The Dusted Sessions follows “The Dust Bowl Theme”, one of the standout cuts on the compilation Your Victorian Breasts, reviewed here earlier this year. That languid desert piece finds its echo on “Dusted Down”, which to no one’s surprise is one of the standout cuts on The Dusted Sessions. Slower and more deliberate, the revisited track offers a combination of sun glare shimmer and gunslinger menace, exemplifying the album’s consistent mood. The cover image presents a modern take on the classic West: two travelers, walking across an arid land. The difference: guitars instead of guns and telephone poles instead of trees.
The photographed sojourners represent keyboardist Gregg Kowalsky and violinist Marielle Jakobsons, the core members of Date Palms. On The Dusted Sessions, they become a quintet for the first time, inviting guitar, bass and tanpura to join the fray. Of these, the bass is the most apparent, serving as an anchor to the compositions, the ground above which the sand and dust whirl. The tanpura adds an Indian feel, while the guitar adds hints of classic rock. The expanded lineup is a boon to the (former) duo, a means of stretching timbre. And yet, even when the sound is at its fullest, The Dusted Sessions still feels sparse, the end result of deliberately delivered chords and the space between notes. By design, a desert album should feel this way, and Date Palms honors the sources of its inspiration.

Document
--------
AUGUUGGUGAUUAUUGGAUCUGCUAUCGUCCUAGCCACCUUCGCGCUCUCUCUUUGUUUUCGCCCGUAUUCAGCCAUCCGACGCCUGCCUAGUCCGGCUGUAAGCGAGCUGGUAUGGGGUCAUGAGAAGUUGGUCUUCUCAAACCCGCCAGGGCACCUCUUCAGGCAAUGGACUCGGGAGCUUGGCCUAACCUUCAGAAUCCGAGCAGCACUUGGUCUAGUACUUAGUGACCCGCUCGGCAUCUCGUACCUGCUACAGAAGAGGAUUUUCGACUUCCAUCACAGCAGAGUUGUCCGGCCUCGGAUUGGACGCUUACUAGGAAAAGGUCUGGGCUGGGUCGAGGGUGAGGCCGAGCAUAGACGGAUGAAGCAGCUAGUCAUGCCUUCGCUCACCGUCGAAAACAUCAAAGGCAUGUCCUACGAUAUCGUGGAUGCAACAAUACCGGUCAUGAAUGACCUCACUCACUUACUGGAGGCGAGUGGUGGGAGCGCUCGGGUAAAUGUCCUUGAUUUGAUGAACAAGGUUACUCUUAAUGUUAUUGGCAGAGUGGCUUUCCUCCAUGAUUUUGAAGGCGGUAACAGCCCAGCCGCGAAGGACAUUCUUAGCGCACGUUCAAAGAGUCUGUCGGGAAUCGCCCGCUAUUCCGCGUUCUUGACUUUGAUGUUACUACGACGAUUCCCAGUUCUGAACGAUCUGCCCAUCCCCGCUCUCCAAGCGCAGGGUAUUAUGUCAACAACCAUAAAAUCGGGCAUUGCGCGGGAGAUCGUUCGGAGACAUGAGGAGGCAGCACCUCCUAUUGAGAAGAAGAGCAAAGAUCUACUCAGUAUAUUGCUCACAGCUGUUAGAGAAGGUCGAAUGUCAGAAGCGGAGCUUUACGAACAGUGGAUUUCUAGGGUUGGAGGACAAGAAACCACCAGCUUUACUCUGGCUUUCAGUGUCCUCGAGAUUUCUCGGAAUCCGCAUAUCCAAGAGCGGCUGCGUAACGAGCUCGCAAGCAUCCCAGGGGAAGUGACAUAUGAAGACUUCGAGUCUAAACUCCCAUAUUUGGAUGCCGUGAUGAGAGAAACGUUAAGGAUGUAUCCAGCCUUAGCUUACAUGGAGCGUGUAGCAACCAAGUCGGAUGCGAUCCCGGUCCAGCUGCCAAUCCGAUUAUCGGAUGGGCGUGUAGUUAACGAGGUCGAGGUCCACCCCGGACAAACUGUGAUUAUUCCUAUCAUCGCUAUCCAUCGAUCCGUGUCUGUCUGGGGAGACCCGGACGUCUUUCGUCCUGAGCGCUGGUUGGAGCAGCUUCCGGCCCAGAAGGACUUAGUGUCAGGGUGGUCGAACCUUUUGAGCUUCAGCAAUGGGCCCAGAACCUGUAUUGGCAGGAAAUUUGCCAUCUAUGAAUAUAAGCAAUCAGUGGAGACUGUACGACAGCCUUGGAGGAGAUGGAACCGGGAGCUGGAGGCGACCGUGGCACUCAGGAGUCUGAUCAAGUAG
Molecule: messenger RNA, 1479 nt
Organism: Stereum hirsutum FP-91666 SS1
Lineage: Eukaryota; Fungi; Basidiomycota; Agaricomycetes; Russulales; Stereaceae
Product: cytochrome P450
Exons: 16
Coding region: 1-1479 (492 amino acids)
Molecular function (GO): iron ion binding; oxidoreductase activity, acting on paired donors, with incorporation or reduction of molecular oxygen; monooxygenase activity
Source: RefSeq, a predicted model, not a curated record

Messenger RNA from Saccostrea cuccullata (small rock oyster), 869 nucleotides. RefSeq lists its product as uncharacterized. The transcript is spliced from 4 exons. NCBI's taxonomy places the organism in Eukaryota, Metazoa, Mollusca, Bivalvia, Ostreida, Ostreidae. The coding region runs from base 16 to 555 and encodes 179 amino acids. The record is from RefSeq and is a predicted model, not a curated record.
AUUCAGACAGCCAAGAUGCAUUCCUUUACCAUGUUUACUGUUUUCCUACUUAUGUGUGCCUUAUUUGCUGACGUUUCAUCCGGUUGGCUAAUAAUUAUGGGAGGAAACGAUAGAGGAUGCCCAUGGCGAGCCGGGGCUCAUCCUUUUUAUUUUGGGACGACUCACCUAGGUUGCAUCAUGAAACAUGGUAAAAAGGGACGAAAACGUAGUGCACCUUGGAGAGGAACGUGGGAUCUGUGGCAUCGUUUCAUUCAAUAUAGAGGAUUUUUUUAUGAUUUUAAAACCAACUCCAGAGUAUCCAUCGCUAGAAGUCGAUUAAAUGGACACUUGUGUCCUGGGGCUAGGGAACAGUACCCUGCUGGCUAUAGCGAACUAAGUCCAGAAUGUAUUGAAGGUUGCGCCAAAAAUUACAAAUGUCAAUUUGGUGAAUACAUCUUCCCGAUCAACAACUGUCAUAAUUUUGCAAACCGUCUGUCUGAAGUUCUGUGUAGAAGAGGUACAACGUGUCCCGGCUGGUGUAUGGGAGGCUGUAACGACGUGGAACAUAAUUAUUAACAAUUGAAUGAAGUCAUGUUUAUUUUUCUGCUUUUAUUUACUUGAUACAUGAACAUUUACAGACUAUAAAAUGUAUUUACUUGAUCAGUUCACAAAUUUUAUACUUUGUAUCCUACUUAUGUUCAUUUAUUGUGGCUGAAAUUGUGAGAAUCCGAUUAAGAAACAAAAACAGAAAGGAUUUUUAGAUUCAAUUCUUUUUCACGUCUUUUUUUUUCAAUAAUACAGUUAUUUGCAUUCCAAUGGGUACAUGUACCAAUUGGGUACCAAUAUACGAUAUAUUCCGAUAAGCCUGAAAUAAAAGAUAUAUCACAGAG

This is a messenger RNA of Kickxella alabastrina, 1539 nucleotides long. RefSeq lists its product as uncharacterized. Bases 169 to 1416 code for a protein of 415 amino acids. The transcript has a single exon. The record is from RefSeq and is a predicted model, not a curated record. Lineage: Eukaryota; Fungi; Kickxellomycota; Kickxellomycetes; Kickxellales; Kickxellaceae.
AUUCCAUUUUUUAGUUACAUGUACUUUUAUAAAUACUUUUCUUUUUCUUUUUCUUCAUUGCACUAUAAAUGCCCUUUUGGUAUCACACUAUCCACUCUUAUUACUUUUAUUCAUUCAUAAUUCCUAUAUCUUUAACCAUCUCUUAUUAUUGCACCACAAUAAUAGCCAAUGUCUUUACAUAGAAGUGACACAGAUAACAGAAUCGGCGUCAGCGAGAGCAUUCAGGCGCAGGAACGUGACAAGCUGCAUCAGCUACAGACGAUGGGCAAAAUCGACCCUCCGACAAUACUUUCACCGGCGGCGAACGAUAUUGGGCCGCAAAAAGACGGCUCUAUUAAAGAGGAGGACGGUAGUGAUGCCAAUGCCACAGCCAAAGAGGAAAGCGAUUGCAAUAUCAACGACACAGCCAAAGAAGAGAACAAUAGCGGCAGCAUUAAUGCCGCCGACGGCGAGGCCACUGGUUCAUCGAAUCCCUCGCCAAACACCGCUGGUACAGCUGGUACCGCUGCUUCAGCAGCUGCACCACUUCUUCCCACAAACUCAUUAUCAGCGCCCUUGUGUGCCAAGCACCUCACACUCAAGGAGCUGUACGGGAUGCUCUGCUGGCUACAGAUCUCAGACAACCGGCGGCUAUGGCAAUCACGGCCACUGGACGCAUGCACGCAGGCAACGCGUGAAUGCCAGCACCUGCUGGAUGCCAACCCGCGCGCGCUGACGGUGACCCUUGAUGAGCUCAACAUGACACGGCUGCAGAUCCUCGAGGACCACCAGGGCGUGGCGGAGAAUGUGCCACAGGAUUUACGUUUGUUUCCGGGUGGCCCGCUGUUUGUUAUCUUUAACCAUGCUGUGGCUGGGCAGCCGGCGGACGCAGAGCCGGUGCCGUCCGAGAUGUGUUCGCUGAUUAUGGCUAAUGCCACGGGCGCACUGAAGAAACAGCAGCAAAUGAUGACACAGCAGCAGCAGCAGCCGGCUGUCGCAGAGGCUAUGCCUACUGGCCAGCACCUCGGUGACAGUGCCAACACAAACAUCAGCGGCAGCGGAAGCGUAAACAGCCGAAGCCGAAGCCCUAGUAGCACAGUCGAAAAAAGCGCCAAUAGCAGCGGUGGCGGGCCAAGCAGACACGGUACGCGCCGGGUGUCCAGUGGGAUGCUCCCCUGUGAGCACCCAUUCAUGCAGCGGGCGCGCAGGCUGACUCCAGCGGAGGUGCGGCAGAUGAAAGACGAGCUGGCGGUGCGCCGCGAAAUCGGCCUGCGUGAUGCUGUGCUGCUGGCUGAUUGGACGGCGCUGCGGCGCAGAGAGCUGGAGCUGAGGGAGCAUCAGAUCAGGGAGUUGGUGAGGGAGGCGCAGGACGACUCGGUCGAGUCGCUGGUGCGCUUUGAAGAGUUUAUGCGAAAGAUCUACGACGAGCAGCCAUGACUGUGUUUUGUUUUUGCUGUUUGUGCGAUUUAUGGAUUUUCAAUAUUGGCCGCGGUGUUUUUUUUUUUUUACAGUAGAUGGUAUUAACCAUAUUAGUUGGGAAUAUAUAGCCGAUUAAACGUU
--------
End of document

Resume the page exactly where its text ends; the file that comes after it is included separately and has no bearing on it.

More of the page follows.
The LP’s reflective first side conjures up the spirit of the Yuba River in four parts. The long opener includes a light use of wordless vocals, personifying the spirit in true Native American fashion. “Part II” is graced with a gentle, rising drone. The reprise unfolds like a sweet, slow sunset. Side B is more active, inspired by the dust devils of the Eureka Dunes. The opening piece is once again the longest, setting the tone for the remainder of the album. If the first side connotes safety, the second implies its opposite. The West may be tamed, but it can still be dangerous. A shift from bass lines to single tones, coupled with Jakobsons’ more jagged approach, lends “Night Riding the Skyline” a sense of menace. When the electric tones are joined by the album’s first use of percussion, a low rhythm is established, as ponderous as a saddled, riderless horse making its way into an unfortified outpost. From the safety of the modern day, we now imagine the Old West with a strange wistfulness. Even cleaned up, it possesses a dark allure. (Richard Allen)
Release date: June 11